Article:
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Texas Central picks its midway stop

Hello, Roans Prairie.

A proposed high-speed train between Houston and Dallas on Thursday announced its midpoint, even as common ground with opponents near the proposed Roans Prairie stop remains elusive.

Texas Central, the company proposing the Texas Bullet Train, said the only stop between Houston and Dallas will occur at a 60-acre site along Texas 30, just west of Texas 90. The spot is about midway between College Station and Huntsville, officials said.

The announcement comes 10 days before a round of meetings to discuss the project, coordinated by the Federal Railroad Administration, following the release in December of an environmental assessment of the train line. The federal agency must still approve plans for the project, estimated to cost at least $12 billion. Public meetings start Jan. 29 in Dallas and move south. A meeting in Houston is planned Feb. 5.

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The so-called Brazos Valley stop acts as the only other place people can hop aboard.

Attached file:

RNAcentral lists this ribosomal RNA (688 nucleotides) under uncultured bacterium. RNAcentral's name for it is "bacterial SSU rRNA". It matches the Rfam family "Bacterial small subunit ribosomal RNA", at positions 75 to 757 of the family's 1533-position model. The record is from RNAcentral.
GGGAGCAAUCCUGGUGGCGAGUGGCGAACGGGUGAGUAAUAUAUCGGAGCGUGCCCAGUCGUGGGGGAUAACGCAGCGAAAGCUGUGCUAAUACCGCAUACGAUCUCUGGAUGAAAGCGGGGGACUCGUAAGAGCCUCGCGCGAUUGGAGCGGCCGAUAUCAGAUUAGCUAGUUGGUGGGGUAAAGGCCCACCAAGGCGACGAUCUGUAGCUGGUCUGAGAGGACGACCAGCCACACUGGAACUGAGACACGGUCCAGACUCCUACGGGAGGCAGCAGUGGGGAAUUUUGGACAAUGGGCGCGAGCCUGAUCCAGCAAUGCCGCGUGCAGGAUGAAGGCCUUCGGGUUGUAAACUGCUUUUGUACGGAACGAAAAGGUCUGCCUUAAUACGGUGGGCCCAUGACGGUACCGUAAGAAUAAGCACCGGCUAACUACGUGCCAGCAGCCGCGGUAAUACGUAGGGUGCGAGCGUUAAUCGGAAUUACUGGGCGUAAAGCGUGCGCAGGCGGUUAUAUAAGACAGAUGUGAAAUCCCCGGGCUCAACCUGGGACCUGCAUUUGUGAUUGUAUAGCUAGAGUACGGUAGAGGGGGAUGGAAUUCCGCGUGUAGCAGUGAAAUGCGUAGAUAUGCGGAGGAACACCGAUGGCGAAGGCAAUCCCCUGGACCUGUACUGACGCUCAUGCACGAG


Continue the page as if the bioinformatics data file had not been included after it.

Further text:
“This will drive growth in Texas not only to the big cities but also to the areas around the station. It’s going to be very exciting,” said Brady Redwine, a vice president of Texas Central, in a statement.

Grimes County residents, however, have been some of the staunchest critics of the project, which has faced stiff opposition from affected landowners and many rural residents who say the line is unnecessary and ruinous to their rustic surroundings.

Roans Prairie is in fact in Grimes County. One way of looking at this is that it’s a direct response by Texas Central to the criticism that the rural areas between Houston and Dallas where some land will need to be taken for the right of way will see no benefit from the train line. If this goes as planned, then one of the hotbeds of such criticism will in fact get something potentially quite substantial out of this. That could be quite the construction project, on that large tract of basically empty land. Put in the station, some retail, a place to eat, shuttle service to College Station and Huntsville and maybe one or two other places, and now you’ve got a lively enterprise in the middle of what was once nowhere. Will it change any minds? Can’t hurt to try.

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One Comment

  1. Jules says:

    The Brazos Valley stop has been in the plans for years and Roans Prarie has been the spot for quite some time.

    What is news is the $199 average one-way ticket price published in the DEIS. That might change some minds.